Equal Footing as Equal Protection

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Supreme Court holds that states cannot adopt rules disfavoring arbitration agreements.

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Imagine the next time you visit your doctor’s office, the receptionist gives you two papers to sign before you can be seen for your appointment. The first would have you agree to pay any amount billed by the physician and not covered by insurance. The second would have you agree that any dispute between you and the doctor be referred to arbitration—which would prevent you from demanding a jury trial on any medical malpractice claim. Intuitively, you recognize the first agreement is quite likely enforceable. But is the second agreement enforceable as well? The outcome of the U.S. Supreme Court’s decision this term in Kindred Nursing Centers L.P. v. Clark strongly suggests that it is.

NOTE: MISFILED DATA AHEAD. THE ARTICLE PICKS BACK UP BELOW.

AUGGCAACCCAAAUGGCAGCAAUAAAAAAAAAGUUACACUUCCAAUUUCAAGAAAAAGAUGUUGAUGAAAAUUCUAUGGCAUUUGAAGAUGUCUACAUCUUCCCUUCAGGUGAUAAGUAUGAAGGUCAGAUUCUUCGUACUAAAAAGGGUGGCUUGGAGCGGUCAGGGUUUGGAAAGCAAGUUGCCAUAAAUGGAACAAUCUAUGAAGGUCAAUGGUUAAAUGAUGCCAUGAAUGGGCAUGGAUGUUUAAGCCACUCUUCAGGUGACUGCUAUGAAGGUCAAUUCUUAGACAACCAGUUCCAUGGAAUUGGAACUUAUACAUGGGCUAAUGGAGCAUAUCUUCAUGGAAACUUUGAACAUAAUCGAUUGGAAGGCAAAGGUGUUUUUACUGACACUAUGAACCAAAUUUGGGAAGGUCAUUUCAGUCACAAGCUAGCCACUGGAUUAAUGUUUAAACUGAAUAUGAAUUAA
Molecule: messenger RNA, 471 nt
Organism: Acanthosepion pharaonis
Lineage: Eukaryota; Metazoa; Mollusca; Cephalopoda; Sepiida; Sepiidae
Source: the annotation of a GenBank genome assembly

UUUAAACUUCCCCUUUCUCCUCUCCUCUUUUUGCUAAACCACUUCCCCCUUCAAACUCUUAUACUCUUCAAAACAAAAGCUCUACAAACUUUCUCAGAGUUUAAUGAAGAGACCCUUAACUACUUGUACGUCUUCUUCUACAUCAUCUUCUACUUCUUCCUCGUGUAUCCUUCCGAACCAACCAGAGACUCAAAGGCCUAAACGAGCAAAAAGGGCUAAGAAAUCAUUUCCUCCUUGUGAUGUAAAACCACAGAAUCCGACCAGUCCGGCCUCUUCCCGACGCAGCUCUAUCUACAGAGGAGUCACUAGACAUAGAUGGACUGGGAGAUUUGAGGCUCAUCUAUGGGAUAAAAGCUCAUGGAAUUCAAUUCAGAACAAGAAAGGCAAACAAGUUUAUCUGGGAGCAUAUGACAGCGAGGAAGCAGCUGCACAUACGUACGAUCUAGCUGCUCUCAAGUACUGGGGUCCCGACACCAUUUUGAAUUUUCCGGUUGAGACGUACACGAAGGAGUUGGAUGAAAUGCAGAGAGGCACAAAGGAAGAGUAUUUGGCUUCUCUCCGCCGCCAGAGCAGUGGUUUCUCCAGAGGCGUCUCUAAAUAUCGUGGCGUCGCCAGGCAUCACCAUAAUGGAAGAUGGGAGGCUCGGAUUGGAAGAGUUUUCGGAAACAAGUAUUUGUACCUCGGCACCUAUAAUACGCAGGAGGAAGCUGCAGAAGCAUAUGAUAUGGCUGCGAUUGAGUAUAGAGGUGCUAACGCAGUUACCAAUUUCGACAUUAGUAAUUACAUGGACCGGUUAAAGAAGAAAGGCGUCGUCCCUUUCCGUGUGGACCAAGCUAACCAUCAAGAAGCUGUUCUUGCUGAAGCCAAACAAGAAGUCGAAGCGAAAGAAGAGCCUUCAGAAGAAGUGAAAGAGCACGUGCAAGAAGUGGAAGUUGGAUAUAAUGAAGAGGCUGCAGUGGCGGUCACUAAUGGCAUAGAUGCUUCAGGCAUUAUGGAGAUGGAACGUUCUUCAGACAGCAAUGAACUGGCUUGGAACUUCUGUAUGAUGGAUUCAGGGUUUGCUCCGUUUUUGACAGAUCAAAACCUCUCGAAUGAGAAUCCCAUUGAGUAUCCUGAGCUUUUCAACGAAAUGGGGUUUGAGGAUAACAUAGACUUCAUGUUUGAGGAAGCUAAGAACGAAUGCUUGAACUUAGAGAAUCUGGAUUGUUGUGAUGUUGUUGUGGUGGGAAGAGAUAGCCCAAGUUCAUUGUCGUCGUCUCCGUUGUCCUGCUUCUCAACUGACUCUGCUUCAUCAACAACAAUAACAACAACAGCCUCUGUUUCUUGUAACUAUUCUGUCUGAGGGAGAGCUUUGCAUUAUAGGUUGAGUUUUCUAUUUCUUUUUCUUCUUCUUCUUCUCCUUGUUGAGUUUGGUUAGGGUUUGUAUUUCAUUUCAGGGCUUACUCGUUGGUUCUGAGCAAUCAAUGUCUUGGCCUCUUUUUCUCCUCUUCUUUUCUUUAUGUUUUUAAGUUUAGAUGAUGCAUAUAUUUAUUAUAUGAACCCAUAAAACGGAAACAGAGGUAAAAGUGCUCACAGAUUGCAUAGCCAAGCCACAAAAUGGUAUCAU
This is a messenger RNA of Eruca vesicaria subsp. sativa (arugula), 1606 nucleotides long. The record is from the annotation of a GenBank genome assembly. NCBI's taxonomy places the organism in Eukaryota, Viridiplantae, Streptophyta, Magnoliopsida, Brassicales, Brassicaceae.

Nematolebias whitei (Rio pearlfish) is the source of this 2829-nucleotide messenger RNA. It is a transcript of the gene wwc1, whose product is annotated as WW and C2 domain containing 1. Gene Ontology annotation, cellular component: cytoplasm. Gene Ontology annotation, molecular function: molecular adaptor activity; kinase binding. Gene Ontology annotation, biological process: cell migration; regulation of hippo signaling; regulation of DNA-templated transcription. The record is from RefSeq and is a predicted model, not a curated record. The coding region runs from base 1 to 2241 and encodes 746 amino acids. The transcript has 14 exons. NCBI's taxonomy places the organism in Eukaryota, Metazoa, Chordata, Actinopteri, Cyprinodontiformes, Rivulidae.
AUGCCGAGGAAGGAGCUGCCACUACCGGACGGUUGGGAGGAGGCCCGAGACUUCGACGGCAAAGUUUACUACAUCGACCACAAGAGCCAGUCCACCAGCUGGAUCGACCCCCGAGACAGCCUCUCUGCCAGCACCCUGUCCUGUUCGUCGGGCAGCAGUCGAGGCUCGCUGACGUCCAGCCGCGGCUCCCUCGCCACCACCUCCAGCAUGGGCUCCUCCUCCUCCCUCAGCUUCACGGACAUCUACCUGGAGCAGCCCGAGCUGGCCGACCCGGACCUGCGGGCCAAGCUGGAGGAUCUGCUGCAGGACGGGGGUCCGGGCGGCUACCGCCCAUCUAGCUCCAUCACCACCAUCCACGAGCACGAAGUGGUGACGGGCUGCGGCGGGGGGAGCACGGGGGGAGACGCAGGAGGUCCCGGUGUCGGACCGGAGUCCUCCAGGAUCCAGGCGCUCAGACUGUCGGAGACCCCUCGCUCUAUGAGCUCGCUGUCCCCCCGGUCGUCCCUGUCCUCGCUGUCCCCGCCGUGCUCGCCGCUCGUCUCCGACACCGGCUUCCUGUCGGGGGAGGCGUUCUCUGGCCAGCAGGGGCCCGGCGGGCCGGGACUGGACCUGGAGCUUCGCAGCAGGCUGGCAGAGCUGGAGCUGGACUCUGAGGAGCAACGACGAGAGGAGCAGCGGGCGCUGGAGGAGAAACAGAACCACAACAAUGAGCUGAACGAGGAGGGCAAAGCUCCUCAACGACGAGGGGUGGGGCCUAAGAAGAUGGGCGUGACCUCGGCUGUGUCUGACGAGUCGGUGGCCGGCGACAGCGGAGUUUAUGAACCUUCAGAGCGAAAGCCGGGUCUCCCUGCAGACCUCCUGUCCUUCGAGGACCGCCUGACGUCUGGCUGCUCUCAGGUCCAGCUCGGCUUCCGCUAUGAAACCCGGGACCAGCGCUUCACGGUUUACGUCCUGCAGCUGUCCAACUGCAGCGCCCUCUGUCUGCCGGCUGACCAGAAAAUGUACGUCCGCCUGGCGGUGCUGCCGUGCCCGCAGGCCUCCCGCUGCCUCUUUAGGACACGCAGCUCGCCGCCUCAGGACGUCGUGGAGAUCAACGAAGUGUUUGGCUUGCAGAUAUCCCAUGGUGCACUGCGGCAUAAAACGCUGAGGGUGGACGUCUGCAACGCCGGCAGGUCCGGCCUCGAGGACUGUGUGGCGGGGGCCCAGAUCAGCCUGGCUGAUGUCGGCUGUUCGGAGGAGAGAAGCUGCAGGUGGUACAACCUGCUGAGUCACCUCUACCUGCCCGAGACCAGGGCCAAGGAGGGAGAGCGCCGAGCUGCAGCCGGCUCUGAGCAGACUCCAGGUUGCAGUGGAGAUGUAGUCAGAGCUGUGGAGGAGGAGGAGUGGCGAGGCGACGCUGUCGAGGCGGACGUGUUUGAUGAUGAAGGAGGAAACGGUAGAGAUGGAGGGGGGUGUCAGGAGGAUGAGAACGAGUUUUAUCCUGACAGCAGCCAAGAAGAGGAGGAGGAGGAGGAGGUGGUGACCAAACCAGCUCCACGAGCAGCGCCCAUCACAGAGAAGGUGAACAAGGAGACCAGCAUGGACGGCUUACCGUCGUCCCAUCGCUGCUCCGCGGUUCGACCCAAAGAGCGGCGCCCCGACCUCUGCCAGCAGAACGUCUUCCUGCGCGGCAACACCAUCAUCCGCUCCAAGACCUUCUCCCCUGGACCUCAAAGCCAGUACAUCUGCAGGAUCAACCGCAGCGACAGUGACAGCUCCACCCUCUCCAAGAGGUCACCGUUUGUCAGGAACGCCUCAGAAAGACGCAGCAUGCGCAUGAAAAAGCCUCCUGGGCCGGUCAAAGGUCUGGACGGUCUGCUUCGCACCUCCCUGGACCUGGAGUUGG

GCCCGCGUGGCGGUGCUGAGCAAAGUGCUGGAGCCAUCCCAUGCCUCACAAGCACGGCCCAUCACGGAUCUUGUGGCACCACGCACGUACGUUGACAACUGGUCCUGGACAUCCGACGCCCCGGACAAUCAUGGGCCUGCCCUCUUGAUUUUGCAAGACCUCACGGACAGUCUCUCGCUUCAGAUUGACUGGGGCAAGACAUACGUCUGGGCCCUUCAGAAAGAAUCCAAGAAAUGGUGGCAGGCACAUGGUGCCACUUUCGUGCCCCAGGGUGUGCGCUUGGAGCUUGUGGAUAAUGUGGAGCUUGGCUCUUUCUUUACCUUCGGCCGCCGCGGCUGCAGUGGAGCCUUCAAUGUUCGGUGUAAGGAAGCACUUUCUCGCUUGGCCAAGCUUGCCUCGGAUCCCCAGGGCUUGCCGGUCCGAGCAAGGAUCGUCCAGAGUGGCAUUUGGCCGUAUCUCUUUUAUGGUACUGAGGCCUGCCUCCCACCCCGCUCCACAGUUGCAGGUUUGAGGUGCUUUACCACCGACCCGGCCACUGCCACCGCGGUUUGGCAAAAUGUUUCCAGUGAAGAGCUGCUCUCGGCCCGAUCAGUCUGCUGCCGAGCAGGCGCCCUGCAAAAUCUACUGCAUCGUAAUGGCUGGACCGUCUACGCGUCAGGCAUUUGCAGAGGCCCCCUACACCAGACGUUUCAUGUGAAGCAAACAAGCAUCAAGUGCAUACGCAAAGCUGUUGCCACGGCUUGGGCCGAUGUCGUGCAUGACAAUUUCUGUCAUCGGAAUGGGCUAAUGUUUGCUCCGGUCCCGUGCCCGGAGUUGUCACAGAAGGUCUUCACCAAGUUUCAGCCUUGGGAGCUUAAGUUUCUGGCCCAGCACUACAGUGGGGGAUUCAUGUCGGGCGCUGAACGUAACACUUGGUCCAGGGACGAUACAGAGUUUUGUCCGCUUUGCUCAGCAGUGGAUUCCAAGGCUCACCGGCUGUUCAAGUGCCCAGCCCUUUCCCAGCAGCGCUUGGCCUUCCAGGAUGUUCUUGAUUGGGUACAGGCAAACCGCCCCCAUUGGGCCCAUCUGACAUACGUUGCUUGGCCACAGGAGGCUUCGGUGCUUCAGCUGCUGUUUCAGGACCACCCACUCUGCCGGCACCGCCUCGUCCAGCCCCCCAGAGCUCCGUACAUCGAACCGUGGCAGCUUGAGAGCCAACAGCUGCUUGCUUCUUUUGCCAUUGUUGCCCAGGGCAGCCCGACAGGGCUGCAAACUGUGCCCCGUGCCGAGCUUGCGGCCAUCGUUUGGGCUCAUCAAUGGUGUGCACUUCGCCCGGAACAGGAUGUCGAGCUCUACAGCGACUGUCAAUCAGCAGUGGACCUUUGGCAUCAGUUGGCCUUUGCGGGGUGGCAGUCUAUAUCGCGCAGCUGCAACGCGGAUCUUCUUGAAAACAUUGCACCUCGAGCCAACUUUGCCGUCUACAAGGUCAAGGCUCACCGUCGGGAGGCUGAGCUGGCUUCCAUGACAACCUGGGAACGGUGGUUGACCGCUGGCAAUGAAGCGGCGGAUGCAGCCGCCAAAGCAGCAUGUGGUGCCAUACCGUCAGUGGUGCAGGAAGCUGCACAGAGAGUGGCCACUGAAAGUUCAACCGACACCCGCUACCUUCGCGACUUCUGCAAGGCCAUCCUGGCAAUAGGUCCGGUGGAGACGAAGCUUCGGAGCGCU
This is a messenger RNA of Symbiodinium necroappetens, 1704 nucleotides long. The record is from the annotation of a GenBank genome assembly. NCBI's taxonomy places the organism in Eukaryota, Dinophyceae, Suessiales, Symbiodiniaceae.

In Clark, Beverly Wellner and Janis Clark each held power of attorney for their relatives, Joe and Olive, who lived in a nursing home operated by Kindred Nursing Centers. In addition to other paperwork, Wellner and Clark used their power of attorney to sign arbitration agreements on behalf of Joe and Olive, providing “that any claims arising from the relative’s stay at the facility would be resolved through binding arbitration.” Clark arose after Joe and Olive died, when Wellner and Clark each filed suit alleging that Kindred Nursing Centers had provided poor-quality care. Kindred Nursing Centers sought to compel arbitration and prevent the plaintiffs from proceeding in state court. But the Kentucky Supreme Court invalidated the arbitration agreement, adopting what it called a “clear statement rule.” Under the clear statement rule, even though a power of attorney is sufficient to allow the agent to make ordinary contracts on behalf of the principal, execution of an agreement that waives a right guaranteed by the Kentucky Constitution, such as the right to trial by jury, required an express statement granting the power of attorney that authority.